Rabat – The Polisario Front has, in another provocative move against Morocco, threatened to deploy its military in Western Sahara.
The leader of the breakaway group, Ibrahim Ghali, said the army of the self-proclaimed Sahrawi Arab Democratic Republic (SADR) is poised to respond to“all eventualities.”
The president of the self-proclaimed SADR met with members of the “army” on February 22 to praise the “high morale of the Sahrawi people’s ‘Liberation Army’ fighters and their constant willingness to defend the country and to protect the ‘liberated’ territories from all threats,” the official news agency of the Polisario Front wrote.
The statement comes as another threat of war, announcing Polisario’s readiness to carry out maneuvers defying the UN-led political process and UN resolutions.
The United Nations has, on numerous occasions, called on the Polisario Front to refrain from any move that would escalate tension in the region.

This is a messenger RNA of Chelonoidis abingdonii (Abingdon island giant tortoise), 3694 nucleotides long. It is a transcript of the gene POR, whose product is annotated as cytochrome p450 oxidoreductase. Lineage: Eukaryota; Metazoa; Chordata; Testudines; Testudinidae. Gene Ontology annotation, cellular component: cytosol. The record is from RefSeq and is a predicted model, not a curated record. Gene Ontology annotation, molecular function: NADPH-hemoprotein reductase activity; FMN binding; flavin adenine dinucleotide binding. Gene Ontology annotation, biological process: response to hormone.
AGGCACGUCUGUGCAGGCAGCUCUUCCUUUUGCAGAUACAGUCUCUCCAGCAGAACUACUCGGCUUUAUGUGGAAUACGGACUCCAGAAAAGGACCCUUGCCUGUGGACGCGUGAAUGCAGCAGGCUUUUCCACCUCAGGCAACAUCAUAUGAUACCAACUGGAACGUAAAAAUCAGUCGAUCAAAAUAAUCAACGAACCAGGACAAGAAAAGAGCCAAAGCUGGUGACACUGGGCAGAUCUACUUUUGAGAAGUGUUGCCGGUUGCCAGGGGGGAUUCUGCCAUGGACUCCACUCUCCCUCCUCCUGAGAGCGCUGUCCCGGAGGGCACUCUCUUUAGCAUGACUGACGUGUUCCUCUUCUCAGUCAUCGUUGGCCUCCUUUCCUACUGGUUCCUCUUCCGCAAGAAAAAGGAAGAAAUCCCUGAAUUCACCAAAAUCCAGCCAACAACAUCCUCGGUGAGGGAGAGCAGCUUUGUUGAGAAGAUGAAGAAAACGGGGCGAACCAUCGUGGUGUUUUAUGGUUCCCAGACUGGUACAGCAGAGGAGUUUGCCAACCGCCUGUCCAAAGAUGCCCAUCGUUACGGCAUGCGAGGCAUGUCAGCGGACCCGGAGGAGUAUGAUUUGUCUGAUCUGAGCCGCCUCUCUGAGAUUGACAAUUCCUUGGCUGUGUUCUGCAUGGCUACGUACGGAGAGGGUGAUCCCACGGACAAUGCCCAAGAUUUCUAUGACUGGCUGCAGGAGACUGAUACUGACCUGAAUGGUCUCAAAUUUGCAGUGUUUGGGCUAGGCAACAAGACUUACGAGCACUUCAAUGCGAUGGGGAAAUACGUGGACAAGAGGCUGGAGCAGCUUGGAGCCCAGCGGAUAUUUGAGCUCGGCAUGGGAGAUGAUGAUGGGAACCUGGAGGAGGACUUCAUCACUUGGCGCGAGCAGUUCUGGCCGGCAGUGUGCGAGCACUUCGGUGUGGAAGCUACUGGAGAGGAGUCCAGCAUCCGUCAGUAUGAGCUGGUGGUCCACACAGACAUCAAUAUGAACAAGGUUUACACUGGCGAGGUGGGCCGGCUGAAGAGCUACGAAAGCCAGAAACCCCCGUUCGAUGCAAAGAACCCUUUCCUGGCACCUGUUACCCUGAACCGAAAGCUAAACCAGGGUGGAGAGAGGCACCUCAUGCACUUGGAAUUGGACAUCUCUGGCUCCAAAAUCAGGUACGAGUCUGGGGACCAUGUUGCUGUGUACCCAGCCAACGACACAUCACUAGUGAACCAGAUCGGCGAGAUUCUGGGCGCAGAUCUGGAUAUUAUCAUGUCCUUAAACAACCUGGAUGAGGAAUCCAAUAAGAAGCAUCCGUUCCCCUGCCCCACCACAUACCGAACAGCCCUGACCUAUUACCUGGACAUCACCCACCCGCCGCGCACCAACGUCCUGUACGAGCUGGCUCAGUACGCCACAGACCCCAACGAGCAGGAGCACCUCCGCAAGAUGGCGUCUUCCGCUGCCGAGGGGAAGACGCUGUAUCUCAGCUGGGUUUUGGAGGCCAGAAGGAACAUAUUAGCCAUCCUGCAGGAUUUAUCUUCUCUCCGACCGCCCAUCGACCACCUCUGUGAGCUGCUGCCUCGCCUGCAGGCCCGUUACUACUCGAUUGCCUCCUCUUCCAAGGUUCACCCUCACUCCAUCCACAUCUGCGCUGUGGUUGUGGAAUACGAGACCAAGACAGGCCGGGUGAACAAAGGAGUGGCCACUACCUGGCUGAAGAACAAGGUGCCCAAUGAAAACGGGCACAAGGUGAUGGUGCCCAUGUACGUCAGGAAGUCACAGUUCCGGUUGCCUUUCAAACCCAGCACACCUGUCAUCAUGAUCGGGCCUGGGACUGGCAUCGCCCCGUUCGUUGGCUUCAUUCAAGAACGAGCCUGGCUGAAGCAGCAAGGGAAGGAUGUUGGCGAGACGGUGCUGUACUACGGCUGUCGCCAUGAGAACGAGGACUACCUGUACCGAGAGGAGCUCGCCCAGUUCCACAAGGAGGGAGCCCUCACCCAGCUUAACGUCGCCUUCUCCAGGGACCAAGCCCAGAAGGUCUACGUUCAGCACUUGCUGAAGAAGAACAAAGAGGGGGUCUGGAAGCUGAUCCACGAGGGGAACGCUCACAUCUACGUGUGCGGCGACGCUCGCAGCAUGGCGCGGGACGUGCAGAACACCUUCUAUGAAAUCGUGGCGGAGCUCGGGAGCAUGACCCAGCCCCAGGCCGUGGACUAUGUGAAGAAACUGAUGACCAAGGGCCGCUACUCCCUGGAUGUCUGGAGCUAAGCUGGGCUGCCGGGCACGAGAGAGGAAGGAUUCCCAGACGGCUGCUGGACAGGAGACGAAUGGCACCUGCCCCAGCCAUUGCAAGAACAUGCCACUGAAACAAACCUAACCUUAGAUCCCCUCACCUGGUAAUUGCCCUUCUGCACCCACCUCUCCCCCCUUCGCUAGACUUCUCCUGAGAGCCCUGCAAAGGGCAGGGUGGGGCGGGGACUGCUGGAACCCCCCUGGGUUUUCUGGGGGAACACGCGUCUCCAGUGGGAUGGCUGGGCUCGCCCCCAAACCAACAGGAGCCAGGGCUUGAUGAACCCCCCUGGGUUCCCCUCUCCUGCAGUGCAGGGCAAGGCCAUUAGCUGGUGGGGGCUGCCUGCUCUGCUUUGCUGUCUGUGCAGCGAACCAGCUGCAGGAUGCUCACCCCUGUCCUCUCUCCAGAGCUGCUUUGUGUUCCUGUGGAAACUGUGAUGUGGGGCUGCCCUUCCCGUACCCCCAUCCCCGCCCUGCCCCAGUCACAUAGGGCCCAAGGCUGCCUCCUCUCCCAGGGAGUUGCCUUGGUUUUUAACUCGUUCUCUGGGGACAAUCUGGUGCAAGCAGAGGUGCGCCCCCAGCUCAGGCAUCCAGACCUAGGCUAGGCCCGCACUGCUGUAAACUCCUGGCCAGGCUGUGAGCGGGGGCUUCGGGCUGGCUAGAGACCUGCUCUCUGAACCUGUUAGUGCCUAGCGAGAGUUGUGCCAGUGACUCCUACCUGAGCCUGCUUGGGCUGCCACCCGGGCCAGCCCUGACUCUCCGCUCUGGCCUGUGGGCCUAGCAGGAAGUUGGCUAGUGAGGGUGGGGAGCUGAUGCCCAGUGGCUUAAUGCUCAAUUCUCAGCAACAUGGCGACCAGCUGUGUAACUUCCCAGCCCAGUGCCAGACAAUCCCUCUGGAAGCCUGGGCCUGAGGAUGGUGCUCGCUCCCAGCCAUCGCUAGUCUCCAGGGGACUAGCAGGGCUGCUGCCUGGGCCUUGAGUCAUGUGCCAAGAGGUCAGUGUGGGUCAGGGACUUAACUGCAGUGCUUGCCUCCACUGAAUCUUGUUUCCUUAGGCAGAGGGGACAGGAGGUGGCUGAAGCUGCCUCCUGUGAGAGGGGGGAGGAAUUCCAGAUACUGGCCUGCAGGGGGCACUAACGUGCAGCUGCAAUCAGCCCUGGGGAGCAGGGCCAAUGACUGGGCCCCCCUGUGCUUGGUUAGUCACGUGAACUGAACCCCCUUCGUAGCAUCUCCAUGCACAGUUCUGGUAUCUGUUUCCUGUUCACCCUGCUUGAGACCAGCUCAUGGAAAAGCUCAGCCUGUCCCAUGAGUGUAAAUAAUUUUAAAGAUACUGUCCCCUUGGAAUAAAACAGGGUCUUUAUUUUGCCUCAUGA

In his 2019 report on the conflict, the United Nations Secretary-General, Antonio Guterres, informed the Security Council that the Polisario Front has failed to “comply with requests by MINURSO to resolve” some violations.
Guterres outlined the Polisario Front’s continuous violations in UN restricted areas.
“A logistics hub consisting of 10 new buildings located inside the restricted area near Bir Lahlou, which had already been declared a violation in 2017 and included in the list of long-standing violations in 2018, remained operational,” the report said. This is not the first time the Polisario Front has threatened war with Morocco.
Earlier this month, the breakaway group’s envoy to Algeria, Abdelkader Omar Taleb, made hostile comments during an interview with Sputnik News.
“Sahrawis will use any means necessary to gain their freedom, including arms if all political solutions fail,” the “ambassador” of the self-proclaimed SADR said.
He also called on Polisario members to be ready to take up arms against Morocco and criticized the UN, condemning its “lack of action.”
The Polisario Front’ s statements come amid a series of diplomatic wins for Morocco, who managed to convince seven African states to open diplomatic representations in its southern cities of Dakhla and Laayoune in Western Sahara.
Polisario and Algeria continue to issue hostile statements against the Moroccan government, questioning the validity of the diplomatic missions and describing the decision of African states to open general consulates in the region as a violation of the UN process.
The United Nations, however, has not commented on the new consulates in Moroccan southern provinces.